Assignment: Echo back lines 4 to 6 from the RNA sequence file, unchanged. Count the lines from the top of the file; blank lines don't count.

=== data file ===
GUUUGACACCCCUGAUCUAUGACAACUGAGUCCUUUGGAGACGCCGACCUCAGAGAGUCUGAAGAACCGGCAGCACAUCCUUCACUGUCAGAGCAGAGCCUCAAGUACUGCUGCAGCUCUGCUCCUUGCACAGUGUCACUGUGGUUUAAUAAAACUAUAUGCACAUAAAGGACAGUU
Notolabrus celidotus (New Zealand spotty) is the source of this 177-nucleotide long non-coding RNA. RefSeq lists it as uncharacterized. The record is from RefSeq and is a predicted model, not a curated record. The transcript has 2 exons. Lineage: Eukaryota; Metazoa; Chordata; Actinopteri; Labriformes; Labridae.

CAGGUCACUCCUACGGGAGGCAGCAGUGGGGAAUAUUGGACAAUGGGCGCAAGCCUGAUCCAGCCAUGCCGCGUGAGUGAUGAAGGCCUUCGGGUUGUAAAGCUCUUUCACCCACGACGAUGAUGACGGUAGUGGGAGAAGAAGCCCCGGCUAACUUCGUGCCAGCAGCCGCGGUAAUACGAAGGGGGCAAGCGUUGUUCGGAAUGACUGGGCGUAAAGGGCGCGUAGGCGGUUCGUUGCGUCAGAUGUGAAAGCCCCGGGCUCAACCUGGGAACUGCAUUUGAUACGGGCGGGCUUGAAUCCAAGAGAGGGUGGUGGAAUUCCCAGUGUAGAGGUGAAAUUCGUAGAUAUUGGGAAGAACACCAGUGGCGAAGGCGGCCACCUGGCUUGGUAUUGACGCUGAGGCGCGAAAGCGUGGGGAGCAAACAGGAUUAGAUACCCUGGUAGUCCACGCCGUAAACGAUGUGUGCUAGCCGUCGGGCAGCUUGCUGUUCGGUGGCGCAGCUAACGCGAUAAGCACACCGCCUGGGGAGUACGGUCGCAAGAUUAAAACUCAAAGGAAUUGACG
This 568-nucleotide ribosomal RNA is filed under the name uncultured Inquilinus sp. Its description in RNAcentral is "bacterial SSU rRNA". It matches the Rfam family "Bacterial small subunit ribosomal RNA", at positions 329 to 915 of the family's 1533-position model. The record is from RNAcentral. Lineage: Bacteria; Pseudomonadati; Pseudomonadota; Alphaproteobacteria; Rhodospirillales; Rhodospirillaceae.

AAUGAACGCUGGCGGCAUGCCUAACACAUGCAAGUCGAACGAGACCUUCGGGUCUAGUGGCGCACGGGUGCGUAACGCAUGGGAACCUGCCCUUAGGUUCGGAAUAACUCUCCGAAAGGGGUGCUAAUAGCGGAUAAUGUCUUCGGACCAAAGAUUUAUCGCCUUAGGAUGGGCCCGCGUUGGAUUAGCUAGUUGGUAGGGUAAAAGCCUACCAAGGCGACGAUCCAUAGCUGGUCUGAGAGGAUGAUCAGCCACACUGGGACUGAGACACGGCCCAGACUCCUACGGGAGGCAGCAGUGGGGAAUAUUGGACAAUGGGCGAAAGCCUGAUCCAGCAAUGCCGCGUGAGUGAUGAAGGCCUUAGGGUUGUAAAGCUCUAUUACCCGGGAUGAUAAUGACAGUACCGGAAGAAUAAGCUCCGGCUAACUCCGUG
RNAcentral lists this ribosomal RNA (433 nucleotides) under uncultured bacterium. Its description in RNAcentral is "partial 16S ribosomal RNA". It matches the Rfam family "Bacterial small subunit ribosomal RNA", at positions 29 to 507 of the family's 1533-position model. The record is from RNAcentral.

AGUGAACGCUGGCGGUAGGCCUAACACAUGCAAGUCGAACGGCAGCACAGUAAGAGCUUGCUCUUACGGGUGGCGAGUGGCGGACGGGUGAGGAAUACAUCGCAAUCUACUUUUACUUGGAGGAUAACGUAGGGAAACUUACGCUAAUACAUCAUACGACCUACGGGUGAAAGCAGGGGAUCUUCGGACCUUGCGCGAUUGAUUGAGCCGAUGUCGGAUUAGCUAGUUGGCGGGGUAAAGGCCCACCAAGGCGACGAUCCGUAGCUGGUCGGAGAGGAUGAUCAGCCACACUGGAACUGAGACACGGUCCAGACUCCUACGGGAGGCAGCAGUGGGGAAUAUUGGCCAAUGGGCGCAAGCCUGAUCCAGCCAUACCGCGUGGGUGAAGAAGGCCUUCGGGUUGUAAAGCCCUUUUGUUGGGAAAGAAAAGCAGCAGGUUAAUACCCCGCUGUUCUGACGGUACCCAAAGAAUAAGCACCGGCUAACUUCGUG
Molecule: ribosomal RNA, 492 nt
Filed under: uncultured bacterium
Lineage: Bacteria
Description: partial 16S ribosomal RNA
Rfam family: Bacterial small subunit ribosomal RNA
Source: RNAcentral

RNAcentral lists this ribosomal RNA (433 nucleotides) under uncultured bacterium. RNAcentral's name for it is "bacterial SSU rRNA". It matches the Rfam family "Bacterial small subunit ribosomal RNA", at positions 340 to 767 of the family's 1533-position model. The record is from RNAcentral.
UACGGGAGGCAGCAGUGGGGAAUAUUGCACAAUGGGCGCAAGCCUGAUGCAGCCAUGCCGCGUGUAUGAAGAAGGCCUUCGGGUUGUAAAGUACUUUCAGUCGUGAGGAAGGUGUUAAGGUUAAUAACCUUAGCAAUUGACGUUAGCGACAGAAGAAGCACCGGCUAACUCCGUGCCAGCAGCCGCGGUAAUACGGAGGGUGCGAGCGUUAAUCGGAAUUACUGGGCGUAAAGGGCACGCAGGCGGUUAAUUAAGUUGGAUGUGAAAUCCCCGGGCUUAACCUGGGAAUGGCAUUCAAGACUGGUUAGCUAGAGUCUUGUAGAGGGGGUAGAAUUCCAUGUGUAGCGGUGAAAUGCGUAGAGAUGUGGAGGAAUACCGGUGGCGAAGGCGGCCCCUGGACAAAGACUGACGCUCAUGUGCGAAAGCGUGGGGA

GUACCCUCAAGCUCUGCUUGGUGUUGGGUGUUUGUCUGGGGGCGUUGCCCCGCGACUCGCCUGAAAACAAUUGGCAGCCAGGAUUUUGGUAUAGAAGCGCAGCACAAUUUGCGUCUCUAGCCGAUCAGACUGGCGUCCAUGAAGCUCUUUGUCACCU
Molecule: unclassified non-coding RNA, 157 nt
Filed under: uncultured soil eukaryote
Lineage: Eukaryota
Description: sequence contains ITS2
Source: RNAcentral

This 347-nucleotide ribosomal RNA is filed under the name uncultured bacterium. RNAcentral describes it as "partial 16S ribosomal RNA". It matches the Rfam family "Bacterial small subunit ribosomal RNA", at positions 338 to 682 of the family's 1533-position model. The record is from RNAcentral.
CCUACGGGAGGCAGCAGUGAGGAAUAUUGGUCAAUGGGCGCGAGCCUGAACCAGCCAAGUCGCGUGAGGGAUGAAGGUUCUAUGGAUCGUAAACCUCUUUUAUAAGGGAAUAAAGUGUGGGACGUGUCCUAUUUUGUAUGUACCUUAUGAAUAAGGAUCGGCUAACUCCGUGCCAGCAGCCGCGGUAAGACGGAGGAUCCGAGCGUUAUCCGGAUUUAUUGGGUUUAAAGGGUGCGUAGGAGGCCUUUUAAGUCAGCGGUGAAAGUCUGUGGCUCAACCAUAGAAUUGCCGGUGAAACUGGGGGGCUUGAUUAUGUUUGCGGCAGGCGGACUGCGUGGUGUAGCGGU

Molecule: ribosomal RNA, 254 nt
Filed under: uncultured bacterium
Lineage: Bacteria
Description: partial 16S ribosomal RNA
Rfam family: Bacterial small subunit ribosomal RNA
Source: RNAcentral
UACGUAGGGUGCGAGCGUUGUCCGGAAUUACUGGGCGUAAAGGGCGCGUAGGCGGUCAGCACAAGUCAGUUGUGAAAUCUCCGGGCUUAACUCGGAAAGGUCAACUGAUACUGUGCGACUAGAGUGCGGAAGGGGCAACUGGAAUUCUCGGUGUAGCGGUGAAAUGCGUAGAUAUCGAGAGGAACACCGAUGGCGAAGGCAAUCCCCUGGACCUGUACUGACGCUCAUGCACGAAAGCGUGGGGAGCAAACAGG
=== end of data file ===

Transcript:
This 568-nucleotide ribosomal RNA is filed under the name uncultured Inquilinus sp. Its description in RNAcentral is "bacterial SSU rRNA". It matches the Rfam family "Bacterial small subunit ribosomal RNA", at positions 329 to 915 of the family's 1533-position model. The record is from RNAcentral. Lineage: Bacteria; Pseudomonadati; Pseudomonadota; Alphaproteobacteria; Rhodospirillales; Rhodospirillaceae.

AAUGAACGCUGGCGGCAUGCCUAACACAUGCAAGUCGAACGAGACCUUCGGGUCUAGUGGCGCACGGGUGCGUAACGCAUGGGAACCUGCCCUUAGGUUCGGAAUAACUCUCCGAAAGGGGUGCUAAUAGCGGAUAAUGUCUUCGGACCAAAGAUUUAUCGCCUUAGGAUGGGCCCGCGUUGGAUUAGCUAGUUGGUAGGGUAAAAGCCUACCAAGGCGACGAUCCAUAGCUGGUCUGAGAGGAUGAUCAGCCACACUGGGACUGAGACACGGCCCAGACUCCUACGGGAGGCAGCAGUGGGGAAUAUUGGACAAUGGGCGAAAGCCUGAUCCAGCAAUGCCGCGUGAGUGAUGAAGGCCUUAGGGUUGUAAAGCUCUAUUACCCGGGAUGAUAAUGACAGUACCGGAAGAAUAAGCUCCGGCUAACUCCGUG
RNAcentral lists this ribosomal RNA (433 nucleotides) under uncultured bacterium. Its description in RNAcentral is "partial 16S ribosomal RNA". It matches the Rfam family "Bacterial small subunit ribosomal RNA", at positions 29 to 507 of the family's 1533-position model. The record is from RNAcentral.